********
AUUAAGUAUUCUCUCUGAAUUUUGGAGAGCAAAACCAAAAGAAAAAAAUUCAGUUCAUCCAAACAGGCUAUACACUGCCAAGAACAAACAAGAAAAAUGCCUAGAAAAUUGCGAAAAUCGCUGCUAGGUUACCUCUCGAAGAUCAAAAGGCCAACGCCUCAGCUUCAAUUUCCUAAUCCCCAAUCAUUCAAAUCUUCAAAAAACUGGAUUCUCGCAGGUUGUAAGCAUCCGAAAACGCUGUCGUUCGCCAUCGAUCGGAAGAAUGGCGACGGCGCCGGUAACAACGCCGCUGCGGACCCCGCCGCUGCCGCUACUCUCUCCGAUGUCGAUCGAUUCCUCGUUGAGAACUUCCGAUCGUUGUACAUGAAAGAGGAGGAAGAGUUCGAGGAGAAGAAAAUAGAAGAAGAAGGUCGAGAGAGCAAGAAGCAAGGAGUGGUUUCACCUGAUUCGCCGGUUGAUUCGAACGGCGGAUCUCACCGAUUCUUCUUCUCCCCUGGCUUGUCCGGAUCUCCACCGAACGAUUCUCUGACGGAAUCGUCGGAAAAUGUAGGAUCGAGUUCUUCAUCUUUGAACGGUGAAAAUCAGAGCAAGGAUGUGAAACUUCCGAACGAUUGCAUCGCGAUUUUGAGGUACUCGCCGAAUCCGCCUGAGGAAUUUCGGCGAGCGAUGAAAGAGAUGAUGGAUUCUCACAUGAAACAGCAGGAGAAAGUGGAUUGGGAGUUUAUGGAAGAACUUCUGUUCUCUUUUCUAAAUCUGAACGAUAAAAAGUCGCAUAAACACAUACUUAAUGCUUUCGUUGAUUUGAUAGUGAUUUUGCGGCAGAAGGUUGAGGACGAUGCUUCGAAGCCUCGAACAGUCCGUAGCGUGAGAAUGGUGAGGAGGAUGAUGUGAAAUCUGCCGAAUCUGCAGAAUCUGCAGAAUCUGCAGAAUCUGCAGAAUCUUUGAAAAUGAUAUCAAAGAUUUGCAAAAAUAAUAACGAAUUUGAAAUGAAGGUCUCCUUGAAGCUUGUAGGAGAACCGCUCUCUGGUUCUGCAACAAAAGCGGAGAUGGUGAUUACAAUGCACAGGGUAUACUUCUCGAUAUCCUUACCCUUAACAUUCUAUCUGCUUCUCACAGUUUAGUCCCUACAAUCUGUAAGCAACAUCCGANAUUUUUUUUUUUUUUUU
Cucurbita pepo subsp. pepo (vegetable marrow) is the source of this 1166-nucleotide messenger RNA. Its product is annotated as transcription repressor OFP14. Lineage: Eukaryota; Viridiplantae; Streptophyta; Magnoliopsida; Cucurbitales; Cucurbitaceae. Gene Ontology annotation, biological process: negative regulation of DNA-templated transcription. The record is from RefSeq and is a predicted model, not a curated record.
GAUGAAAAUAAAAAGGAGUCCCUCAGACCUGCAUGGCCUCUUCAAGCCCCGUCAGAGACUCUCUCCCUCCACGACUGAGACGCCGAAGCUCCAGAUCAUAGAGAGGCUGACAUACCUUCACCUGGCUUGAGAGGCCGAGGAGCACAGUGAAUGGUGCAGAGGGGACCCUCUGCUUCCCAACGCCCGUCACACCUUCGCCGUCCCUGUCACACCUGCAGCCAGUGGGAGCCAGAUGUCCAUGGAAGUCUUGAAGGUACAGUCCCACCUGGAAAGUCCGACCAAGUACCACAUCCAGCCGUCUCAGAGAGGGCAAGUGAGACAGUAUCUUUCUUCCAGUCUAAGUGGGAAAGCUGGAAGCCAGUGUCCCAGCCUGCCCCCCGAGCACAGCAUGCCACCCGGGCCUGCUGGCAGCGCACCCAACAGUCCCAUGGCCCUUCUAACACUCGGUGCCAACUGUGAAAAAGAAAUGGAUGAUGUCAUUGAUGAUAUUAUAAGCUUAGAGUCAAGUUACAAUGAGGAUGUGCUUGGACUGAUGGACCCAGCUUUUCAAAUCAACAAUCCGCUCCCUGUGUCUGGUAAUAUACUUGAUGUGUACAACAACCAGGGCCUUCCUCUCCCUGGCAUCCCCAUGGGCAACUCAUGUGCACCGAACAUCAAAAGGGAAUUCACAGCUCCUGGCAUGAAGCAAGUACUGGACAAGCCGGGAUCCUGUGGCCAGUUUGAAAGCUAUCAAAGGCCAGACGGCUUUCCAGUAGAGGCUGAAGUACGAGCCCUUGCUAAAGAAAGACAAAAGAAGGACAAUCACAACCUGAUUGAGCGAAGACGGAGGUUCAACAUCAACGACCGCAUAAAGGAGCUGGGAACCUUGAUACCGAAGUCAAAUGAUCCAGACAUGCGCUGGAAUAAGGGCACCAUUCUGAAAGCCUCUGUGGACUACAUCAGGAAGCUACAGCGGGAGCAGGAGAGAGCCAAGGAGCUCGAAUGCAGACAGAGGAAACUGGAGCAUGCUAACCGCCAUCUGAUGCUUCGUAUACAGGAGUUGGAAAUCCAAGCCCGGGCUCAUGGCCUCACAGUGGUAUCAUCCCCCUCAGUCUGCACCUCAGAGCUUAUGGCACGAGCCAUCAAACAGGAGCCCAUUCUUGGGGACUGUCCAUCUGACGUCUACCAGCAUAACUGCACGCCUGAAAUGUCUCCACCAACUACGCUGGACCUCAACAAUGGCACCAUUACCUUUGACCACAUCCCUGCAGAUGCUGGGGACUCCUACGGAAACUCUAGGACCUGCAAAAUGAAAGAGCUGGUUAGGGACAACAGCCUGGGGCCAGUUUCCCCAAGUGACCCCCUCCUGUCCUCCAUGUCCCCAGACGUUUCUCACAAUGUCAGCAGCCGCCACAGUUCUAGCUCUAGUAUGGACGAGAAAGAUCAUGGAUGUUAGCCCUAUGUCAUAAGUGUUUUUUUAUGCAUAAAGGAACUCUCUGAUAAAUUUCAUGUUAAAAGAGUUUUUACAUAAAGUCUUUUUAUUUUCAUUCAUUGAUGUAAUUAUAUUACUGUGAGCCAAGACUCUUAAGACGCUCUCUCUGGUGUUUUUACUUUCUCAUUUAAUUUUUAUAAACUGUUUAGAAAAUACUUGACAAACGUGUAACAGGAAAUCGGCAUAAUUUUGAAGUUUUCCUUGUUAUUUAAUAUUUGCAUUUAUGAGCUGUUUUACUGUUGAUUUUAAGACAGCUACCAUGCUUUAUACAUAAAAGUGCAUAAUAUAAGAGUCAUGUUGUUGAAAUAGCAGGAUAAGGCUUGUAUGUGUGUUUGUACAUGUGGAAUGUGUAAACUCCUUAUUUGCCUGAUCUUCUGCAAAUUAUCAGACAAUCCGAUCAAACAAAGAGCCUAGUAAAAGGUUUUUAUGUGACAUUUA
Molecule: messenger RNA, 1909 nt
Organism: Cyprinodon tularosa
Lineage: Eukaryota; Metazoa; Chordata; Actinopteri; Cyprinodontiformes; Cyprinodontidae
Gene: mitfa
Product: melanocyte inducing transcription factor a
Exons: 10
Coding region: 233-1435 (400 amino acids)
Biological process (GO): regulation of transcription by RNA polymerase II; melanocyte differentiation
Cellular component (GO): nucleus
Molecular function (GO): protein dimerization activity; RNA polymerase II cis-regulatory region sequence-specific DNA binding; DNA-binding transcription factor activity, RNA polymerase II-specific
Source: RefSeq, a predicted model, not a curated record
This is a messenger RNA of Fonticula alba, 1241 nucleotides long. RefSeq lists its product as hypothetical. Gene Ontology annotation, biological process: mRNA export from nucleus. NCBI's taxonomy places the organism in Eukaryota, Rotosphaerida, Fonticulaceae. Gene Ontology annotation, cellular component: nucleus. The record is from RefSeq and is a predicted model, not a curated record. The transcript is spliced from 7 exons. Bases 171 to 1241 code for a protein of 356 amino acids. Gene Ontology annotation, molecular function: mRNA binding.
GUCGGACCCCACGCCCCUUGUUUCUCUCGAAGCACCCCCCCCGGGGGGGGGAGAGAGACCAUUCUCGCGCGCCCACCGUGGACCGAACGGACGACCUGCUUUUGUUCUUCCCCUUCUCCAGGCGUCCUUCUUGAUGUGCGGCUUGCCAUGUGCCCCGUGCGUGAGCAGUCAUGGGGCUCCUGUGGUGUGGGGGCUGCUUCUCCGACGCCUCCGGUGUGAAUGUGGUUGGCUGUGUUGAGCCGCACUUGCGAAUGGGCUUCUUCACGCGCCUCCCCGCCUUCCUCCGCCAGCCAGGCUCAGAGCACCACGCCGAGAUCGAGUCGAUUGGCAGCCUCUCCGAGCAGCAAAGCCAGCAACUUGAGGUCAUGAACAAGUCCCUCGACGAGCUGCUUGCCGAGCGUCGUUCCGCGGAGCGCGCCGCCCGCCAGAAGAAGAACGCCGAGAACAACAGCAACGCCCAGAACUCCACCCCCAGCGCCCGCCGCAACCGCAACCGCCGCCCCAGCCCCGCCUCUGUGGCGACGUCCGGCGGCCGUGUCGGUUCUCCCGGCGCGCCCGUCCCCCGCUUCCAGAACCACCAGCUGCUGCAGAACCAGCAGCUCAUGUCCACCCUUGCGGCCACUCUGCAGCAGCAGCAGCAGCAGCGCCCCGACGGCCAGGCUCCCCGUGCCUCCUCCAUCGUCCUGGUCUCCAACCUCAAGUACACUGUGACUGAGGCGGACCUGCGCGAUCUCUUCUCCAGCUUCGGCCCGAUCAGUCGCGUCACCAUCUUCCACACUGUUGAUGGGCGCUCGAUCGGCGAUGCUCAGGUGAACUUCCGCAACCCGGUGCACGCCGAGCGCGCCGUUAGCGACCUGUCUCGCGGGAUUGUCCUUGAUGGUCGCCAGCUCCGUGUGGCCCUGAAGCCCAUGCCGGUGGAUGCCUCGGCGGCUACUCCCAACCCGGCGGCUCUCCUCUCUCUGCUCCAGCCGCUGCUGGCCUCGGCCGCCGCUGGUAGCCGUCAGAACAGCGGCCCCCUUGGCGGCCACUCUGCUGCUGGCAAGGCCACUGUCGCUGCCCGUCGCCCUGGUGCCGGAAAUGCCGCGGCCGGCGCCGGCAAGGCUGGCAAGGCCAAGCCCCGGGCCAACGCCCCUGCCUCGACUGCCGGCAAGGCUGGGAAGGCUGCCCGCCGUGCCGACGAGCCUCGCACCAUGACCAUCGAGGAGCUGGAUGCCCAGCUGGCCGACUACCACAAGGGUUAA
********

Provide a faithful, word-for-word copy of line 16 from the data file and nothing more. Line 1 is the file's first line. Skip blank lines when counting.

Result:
GUCGGACCCCACGCCCCUUGUUUCUCUCGAAGCACCCCCCCCGGGGGGGGGAGAGAGACCAUUCUCGCGCGCCCACCGUGGACCGAACGGACGACCUGCUUUUGUUCUUCCCCUUCUCCAGGCGUCCUUCUUGAUGUGCGGCUUGCCAUGUGCCCCGUGCGUGAGCAGUCAUGGGGCUCCUGUGGUGUGGGGGCUGCUUCUCCGACGCCUCCGGUGUGAAUGUGGUUGGCUGUGUUGAGCCGCACUUGCGAAUGGGCUUCUUCACGCGCCUCCCCGCCUUCCUCCGCCAGCCAGGCUCAGAGCACCACGCCGAGAUCGAGUCGAUUGGCAGCCUCUCCGAGCAGCAAAGCCAGCAACUUGAGGUCAUGAACAAGUCCCUCGACGAGCUGCUUGCCGAGCGUCGUUCCGCGGAGCGCGCCGCCCGCCAGAAGAAGAACGCCGAGAACAACAGCAACGCCCAGAACUCCACCCCCAGCGCCCGCCGCAACCGCAACCGCCGCCCCAGCCCCGCCUCUGUGGCGACGUCCGGCGGCCGUGUCGGUUCUCCCGGCGCGCCCGUCCCCCGCUUCCAGAACCACCAGCUGCUGCAGAACCAGCAGCUCAUGUCCACCCUUGCGGCCACUCUGCAGCAGCAGCAGCAGCAGCGCCCCGACGGCCAGGCUCCCCGUGCCUCCUCCAUCGUCCUGGUCUCCAACCUCAAGUACACUGUGACUGAGGCGGACCUGCGCGAUCUCUUCUCCAGCUUCGGCCCGAUCAGUCGCGUCACCAUCUUCCACACUGUUGAUGGGCGCUCGAUCGGCGAUGCUCAGGUGAACUUCCGCAACCCGGUGCACGCCGAGCGCGCCGUUAGCGACCUGUCUCGCGGGAUUGUCCUUGAUGGUCGCCAGCUCCGUGUGGCCCUGAAGCCCAUGCCGGUGGAUGCCUCGGCGGCUACUCCCAACCCGGCGGCUCUCCUCUCUCUGCUCCAGCCGCUGCUGGCCUCGGCCGCCGCUGGUAGCCGUCAGAACAGCGGCCCCCUUGGCGGCCACUCUGCUGCUGGCAAGGCCACUGUCGCUGCCCGUCGCCCUGGUGCCGGAAAUGCCGCGGCCGGCGCCGGCAAGGCUGGCAAGGCCAAGCCCCGGGCCAACGCCCCUGCCUCGACUGCCGGCAAGGCUGGGAAGGCUGCCCGCCGUGCCGACGAGCCUCGCACCAUGACCAUCGAGGAGCUGGAUGCCCAGCUGGCCGACUACCACAAGGGUUAA